Let's Make Robots!

Fried?!...Back to square one...help?

Well I fried my PWM (predicted by ChristheCarpenter) by feeding it about 5 Amps. Alas, back to square one. Would like some definite help. 

I could build another PWM with a higher amp rating, but I noticed that as I put a load on the motor the speed was not constant. If would speed up, then bog down, then speed up. I'm not sure if this was due to a insufficient PWM, not enough Amps from the 1.5 A power supply, or lack of a true motor controller.

Hence I am prepared to start over from square one. I do not currently have a microcontroller of any kind. I know I need to buy one in the future because I would like to control my bots speed via laptop in realtime. 

Thus, I am asking for help and advice. What do I need? Please remember that my bot needs to push a 3lb box around the floor, with good speed (16 in/s).

I thought about using something like this: http://www.seattlerobotics.org/encoder/200001/simplemotor.htm

however the motor I have pulls SERIOUS amps and I think it would burn out the IC.


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I fixed my PWM, added a MOSFET with a higher amp rating, put a 4700µf capacitor on the 12VDC power source line followed by a 5 amp fast blow fuse, to smooth out the power from the transformer, which also burned out i think. I think I'm going to switch to a 12V 3 amp mountable transformer.

maybe that will be enough...after that its a 5 amp brick, and so on and so on.

still want to go with a digital PWM and I discovered a little post on the end of the motor that rotates, maybe I can thead it, add a connector post, an extension and then add a rotary encoder to it.

Overbuild it.

It gets depressing when you keep frying stuff.  I bought a simple-H for my motors, but they are under-built.  The PWM generator I built has been very satisfactory, however, when I accidently stopped the motors, the voltage spike from the coil energy was too much annd POOF . A fried simple-H.  I have built several H-bridges before.  

The MOSFET bridges I built were the most capable of handling large amounts of current.  If fact when my robot stalled it vaporized the wires before toasting the FETS.  

Now I'm going to make an H-bridge with some big power transistors I got on the cheap from ebay!

The simple-H bridges would probably be sufficient for your purposes - Chris Baron @ robotpower.com does great work, but of course, its more expensive.

FETs bridges can be more complicated because of the need for the highside FETs to be activated with a higher voltage (boostrap)

PNP NPN combo H-bridges can use the minimal amount of components - nice for people who aren't solder masters (like myself)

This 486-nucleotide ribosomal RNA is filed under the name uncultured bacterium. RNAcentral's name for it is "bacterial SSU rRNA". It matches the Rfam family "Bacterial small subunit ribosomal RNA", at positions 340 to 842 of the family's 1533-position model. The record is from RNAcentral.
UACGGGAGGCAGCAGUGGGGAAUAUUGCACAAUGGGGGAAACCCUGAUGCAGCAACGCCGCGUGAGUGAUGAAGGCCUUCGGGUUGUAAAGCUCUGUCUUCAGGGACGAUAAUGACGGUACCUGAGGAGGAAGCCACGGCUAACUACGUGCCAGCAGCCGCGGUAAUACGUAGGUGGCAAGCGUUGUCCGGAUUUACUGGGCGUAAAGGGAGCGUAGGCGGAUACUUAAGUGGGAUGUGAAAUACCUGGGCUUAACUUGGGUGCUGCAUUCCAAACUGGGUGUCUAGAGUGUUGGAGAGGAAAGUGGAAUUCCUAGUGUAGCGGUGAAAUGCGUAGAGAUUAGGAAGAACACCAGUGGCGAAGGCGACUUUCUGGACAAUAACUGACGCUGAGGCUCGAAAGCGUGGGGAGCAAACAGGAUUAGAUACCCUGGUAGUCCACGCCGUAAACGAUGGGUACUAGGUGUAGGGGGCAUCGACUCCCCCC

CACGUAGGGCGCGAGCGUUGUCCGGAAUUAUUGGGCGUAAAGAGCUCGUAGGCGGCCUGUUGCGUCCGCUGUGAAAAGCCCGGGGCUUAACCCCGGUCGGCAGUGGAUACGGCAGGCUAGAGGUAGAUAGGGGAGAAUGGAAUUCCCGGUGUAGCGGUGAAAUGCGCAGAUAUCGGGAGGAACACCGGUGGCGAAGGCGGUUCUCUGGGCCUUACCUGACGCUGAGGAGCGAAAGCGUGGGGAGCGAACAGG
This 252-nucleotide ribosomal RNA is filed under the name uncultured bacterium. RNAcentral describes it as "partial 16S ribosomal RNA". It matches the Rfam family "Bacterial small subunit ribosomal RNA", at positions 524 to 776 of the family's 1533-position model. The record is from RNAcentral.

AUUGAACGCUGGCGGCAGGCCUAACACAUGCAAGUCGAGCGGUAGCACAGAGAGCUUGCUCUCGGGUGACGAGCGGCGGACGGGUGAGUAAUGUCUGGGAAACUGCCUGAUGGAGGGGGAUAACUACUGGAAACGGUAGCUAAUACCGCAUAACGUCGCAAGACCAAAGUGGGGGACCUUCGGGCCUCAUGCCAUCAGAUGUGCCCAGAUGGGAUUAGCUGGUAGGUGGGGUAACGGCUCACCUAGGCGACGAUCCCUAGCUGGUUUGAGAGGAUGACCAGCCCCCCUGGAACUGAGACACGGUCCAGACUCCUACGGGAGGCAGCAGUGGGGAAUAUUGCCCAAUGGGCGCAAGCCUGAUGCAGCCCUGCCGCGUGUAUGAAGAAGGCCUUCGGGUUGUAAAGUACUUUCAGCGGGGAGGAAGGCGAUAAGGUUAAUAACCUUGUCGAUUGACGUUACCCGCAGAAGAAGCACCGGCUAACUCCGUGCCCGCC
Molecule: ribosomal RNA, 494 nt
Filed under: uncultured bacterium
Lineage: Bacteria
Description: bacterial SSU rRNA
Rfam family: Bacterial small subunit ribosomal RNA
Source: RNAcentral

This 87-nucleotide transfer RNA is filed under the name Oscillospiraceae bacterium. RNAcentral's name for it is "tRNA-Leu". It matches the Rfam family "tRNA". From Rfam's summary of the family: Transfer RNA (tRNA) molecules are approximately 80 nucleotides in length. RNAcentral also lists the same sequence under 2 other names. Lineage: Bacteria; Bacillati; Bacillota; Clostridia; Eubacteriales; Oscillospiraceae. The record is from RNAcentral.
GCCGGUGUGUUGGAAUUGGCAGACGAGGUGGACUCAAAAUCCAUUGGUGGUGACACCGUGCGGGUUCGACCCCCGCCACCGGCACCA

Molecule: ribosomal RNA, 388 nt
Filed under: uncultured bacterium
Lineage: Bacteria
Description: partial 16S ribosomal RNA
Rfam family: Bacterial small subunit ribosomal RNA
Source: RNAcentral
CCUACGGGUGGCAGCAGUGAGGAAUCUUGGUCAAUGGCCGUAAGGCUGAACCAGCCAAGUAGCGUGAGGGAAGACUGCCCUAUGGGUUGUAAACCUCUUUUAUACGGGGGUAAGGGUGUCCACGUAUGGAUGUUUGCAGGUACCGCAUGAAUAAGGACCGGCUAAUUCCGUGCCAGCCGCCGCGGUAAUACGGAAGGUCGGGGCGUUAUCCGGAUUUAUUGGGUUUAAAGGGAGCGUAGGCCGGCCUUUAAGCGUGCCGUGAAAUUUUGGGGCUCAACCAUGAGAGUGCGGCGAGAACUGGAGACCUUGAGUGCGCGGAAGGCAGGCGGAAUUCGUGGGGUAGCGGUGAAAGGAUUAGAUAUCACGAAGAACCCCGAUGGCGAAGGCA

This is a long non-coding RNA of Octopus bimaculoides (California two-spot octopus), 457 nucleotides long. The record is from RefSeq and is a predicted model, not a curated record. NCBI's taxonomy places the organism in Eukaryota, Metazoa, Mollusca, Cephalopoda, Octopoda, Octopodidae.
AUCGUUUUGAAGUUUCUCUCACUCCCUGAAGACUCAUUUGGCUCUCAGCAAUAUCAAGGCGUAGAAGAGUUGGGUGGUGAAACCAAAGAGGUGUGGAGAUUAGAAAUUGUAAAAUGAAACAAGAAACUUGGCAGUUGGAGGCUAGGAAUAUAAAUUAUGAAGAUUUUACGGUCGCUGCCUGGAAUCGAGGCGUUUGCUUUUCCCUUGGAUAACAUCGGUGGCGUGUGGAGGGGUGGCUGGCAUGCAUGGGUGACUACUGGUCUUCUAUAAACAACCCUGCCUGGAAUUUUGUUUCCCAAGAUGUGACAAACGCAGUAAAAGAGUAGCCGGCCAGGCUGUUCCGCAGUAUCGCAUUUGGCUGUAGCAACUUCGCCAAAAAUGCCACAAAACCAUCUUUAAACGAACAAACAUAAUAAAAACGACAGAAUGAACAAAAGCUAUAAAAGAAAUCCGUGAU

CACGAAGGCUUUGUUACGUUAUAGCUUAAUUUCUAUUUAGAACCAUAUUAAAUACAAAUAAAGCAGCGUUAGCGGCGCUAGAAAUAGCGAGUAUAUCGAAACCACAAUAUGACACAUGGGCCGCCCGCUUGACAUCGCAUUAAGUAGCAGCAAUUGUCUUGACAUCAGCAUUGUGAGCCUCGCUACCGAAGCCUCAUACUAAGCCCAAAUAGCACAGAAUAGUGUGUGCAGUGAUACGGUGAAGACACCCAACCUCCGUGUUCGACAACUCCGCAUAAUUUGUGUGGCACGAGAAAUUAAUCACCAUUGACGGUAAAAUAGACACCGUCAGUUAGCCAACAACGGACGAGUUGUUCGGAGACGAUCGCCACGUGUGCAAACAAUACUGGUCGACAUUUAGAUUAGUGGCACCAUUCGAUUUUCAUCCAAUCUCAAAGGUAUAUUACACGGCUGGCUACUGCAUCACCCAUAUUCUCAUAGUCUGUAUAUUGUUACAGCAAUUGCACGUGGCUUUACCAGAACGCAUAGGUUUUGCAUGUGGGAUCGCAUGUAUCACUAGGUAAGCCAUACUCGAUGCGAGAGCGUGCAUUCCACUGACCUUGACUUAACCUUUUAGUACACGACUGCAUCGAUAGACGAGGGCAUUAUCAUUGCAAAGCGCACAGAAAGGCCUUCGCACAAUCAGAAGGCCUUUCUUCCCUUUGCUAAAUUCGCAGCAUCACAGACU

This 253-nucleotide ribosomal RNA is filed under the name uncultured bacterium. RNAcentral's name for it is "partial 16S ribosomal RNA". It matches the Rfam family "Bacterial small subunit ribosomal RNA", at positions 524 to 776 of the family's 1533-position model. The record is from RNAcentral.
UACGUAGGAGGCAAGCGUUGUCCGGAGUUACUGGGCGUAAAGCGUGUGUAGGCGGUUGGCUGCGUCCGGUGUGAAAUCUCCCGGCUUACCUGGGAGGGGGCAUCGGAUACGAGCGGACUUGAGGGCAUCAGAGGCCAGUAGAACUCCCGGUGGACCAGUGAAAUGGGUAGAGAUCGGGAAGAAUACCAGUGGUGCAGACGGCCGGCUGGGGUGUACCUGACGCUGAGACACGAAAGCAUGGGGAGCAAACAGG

My latest speed control tragedy
Pricey simple H-bridge
MOSFET bridge with burned wires

Good Luck,

What rating does the motors have? Volts, stall current, etc.

Even just a motor brand and number might help to look up specs.

Current Motor is a 12VDC Skil Drill (model number: 2467-02) motor, not sure of its stall current, probably about 30A. Nominal is 0.5A. Ofcourse it uses 20 gauge wire inside the drill, so it cant draw anymore than 8.5 Amps or so.

I will change motors if necessary, otherwise I will need to power my bot with a PC power supply, since I want continuous use of longer than 30 to 60 minutes 

I'm assuming I will need an HBridge controlled my the Picaxe? 

Pololu has some good devices for the money. Their Dual VNH2SP30 motor driver carrier MD03A works very well for some window motors I'm using, and is rated for 12 volt motors, up to 14 A continuous, with a 30 A peak. It should just be able to handle both drll motors in one package for $60. Probably be good to have a fan over the device, and monitor current, take it easy driving. This one would require PWM generated by the PICAxe.  Pololu makes a TReX dual motor controller DMC01 that also takes servo pulses, serial, or analog voltage commands using the same driver board above for $100. Another h-bridge I've liked in the mid-range is the Robot-Power Scorpion XL for $120 for 2 motors, 12.5 A, 45 A peak, up to 28 volt for RC servo pulse control or a pair of Simple-H for PWM control. There is a Scorpion XXL for higher current RC control too. Almost forgot, Dimension Engineerings Sabertooth Dual 25A motor driver 6-24 v 25 A, 50 A peak for 2 motors, $125.

The Devantech single 20 A is a good board, but these perform as well or better for cheaper. Unless you must have I2C.

I personally prefer generating my own PWM, for motor control PID algorithms, just depends on your preferences.